1. Geometrical and vibrational characterization of magnesium hydroxide was performed using density functional theory. Four possible crystal symmetries were explored: P 3̄ (No. 147, point group −3), C 2/ m (No. 12, point group 2), P 3 m 1 (No. 156, point group 3 m ) and P 3̄ m 1 (No. 164, point group −3 m ) which are the currently accepted geometries found in the literature. While a lot of work has been performed on Mg(OH) 2 , in particular for the P 3̄ m 1 phase, there is still a debate on the observed ground state crystal structuremore »and the anharmonic effects of the OH vibrations on the stabilization of the crystal structure. In particular, the stable positions of hydrogen are not yet defined precisely, which have implications in the crystal symmetry, the vibrational excitations, and the thermal stability. Previous work has assigned the P 3̄ m 1 polymorph as the low energy phase, but it has also proposed that hydrogens are disordered and they could move from their symmetric position in the P 3̄ m 1 structure towards P 3̄. In this paper, we examine the stability of the proposed phases by using different descriptors. We compare the XRD patterns with reported experimental results, and a fair agreement is found. While harmonic vibrational analysis shows that most phases have imaginary modes at 0 K, anharmonic vibrational analysis indicates that at room temperature only the C 2/ m phase is stabilized, whereas at higher temperatures, other phases become thermally competitive.« less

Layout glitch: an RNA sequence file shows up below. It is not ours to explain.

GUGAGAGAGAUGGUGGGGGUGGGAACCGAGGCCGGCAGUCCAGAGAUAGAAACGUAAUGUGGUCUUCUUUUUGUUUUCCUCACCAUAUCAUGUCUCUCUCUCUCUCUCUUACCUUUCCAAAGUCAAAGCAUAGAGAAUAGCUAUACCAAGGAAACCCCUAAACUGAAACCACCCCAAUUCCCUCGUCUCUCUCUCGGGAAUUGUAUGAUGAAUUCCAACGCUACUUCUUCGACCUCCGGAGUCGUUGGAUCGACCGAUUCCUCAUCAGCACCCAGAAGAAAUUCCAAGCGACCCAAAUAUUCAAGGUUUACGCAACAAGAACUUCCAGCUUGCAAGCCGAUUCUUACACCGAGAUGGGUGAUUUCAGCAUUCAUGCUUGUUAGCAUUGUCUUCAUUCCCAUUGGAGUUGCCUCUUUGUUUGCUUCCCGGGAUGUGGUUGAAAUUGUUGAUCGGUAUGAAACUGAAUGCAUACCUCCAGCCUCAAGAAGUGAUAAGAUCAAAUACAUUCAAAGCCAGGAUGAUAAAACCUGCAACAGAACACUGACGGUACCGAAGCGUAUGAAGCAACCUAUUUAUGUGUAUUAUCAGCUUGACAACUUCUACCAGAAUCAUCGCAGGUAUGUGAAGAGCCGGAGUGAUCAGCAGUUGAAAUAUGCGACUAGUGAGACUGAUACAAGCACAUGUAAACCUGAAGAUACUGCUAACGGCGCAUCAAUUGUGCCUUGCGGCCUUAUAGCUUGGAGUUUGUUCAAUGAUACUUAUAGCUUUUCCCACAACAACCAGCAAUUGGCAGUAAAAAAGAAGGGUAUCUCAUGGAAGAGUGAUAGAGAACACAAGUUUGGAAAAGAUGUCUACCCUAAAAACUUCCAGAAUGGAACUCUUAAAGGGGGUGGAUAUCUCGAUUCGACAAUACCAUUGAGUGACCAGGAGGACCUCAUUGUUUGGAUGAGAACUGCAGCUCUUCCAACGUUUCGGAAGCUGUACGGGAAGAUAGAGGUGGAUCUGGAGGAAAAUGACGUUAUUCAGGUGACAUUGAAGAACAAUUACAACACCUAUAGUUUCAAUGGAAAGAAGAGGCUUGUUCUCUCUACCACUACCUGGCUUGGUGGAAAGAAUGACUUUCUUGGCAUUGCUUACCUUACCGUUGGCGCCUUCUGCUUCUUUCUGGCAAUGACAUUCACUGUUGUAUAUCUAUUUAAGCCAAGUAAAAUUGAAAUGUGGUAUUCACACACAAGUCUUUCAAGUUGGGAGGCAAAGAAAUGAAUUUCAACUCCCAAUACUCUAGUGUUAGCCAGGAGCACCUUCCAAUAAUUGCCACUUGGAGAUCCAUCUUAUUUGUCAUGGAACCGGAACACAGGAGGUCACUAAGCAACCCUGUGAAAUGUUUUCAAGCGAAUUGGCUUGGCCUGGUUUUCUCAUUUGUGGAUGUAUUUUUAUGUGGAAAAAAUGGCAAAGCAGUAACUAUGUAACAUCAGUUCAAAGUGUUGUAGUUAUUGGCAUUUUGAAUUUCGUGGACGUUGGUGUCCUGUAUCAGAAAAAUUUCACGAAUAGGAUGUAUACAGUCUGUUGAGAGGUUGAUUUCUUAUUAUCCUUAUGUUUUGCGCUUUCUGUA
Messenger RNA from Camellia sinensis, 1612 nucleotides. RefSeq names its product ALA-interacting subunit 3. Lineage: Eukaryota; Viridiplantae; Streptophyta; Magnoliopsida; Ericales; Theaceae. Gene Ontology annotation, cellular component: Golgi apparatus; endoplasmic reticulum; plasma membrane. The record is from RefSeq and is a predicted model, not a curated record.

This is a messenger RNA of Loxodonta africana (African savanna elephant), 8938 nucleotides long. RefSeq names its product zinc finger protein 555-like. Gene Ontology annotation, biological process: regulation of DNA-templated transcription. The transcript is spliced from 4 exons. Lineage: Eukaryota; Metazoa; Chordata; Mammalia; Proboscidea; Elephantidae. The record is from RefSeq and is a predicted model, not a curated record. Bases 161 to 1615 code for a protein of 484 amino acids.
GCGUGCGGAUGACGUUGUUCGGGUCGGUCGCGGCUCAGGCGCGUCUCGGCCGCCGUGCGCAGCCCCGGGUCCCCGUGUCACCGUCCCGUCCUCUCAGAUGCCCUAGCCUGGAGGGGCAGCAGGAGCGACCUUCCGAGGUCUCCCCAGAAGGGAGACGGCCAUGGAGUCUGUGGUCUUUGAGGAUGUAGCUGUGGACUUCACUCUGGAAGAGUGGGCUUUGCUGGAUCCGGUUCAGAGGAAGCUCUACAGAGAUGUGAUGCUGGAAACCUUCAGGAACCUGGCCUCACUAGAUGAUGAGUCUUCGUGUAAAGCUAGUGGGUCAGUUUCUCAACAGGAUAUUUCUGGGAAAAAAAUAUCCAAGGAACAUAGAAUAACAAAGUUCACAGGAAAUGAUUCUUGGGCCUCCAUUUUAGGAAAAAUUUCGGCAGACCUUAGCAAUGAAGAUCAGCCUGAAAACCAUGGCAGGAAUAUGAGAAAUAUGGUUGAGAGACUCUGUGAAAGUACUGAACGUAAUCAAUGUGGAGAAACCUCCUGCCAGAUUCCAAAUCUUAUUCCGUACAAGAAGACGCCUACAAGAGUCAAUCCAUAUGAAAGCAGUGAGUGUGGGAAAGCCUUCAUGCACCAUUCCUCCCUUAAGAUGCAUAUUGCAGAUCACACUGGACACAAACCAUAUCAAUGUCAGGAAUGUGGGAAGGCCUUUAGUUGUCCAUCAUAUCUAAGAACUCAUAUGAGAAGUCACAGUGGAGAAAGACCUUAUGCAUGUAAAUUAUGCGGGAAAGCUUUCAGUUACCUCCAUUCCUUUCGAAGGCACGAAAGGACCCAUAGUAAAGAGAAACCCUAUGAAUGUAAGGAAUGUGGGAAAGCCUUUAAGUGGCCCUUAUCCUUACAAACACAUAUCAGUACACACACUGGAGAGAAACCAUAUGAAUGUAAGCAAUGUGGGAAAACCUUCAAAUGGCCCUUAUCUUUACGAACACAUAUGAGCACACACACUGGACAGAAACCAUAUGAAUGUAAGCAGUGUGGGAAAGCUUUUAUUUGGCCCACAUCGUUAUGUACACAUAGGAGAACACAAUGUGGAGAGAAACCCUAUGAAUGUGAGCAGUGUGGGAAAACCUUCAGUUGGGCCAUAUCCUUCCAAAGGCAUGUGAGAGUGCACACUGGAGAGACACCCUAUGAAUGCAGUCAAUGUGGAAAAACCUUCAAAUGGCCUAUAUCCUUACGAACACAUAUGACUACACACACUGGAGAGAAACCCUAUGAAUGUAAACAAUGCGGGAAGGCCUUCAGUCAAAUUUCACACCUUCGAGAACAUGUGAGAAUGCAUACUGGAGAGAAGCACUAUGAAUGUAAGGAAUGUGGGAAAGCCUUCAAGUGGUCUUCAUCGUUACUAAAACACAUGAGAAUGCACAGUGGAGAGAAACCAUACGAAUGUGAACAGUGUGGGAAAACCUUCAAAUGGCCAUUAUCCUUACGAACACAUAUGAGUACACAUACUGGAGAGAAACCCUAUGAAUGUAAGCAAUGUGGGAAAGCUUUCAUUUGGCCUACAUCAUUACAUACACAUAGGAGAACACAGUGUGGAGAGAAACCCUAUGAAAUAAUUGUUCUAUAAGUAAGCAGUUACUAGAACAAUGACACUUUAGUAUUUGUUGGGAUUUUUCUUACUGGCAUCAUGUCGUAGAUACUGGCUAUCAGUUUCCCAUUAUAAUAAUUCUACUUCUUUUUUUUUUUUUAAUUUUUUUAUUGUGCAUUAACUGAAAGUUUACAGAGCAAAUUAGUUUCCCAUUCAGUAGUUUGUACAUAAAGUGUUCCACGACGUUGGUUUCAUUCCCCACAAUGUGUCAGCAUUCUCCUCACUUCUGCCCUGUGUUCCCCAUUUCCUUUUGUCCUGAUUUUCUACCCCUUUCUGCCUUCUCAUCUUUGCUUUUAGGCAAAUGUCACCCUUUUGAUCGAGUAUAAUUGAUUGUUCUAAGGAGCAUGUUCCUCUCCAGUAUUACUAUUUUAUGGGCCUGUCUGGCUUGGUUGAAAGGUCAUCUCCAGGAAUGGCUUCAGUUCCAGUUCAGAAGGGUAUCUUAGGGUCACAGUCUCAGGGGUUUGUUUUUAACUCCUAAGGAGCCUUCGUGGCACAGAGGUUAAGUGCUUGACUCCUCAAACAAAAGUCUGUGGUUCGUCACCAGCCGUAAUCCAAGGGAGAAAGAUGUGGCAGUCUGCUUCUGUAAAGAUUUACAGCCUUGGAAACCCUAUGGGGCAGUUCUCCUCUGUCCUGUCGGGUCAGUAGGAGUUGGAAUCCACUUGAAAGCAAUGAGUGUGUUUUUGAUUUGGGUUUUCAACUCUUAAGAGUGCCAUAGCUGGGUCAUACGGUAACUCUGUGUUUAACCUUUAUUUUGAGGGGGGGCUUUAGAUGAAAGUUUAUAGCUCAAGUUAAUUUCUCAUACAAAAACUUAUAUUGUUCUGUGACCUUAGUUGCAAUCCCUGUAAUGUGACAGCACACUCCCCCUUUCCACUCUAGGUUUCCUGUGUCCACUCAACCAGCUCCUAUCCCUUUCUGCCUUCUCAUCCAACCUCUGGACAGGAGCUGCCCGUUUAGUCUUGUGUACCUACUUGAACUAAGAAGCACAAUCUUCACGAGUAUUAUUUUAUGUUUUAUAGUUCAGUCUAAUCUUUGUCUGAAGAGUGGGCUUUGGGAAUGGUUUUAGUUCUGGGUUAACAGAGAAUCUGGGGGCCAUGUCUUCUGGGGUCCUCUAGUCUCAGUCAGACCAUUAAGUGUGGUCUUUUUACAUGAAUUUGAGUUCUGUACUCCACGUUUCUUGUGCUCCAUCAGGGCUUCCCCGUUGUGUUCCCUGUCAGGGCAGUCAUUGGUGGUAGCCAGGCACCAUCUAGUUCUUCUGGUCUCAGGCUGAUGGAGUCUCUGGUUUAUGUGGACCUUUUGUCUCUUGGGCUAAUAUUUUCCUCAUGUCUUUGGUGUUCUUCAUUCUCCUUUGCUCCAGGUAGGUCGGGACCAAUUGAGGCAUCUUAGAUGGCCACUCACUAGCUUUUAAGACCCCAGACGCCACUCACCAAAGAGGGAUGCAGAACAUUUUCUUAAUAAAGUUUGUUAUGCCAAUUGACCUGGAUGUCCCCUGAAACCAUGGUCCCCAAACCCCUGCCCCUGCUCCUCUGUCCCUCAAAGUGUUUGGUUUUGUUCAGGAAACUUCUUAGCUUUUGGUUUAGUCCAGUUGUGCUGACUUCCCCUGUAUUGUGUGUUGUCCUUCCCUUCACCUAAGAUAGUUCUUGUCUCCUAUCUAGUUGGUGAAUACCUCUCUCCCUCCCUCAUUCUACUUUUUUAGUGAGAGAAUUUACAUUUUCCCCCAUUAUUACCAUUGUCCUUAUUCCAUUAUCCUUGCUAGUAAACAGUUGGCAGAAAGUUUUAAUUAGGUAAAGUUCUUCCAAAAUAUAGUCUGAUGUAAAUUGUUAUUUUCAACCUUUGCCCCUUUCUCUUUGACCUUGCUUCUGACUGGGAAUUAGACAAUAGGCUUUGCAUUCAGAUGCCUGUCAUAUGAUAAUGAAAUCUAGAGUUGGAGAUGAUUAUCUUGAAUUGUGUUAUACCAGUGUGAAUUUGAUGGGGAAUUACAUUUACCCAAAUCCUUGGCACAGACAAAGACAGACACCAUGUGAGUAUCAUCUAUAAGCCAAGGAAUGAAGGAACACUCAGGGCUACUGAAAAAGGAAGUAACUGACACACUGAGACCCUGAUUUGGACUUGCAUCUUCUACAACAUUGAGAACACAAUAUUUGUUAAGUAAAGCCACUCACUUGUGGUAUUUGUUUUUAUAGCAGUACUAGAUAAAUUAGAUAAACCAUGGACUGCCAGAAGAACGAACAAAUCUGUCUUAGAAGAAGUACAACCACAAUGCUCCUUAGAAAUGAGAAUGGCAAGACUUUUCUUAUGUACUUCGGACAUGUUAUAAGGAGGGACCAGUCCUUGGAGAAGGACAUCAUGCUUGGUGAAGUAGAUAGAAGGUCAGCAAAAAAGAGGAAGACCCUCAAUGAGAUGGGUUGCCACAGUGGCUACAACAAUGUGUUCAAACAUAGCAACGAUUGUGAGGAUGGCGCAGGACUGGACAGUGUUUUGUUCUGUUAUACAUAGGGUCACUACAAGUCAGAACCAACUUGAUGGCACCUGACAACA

2. As part of an effort to characterize clusters and intermediate phases likely to be encountered along solution reaction pathways that produce iron and aluminum oxide-hydroxides from Fe and Al precursors, the complete structure of Al10O14(OH)2 (akdalaite) was determined from a combination of single-crystal X-ray diffraction (SC-XRD) data collected at 100 K to define the Al and O positions, and solid-state nuclear magnetic resonance (NMR) and neutron powder diffraction (NPD) data collected at room temperature (~300 K) to precisely determine the nature of hydrogen in the structure. Two different synthesis routes produced different crystal morphologies. Using an aluminum oxyhydroxide floc mademore »from mixing AlCl3 and 0.48 M NaOH, the product had uniform needle morphology, while using nanocrystalline boehmite (Vista Chemical Company Catapal D alumina) as the starting material produced hexagonal plates. Akdalaite crystallizes in the space group P63mc with lattice parameters of a = 5.6244(3) Å and c = 8.8417(3) Å (SC-XRD) and a = 5.57610(2) Å and c = 8.77247(6) Å (NPD). The crystal structure features Al13O40 Keggin clusters. The structural chemistry of akdalaite is nonideal but broadly conforms to that of ferrihydrite, the nanomineral with which it is isostructural.« less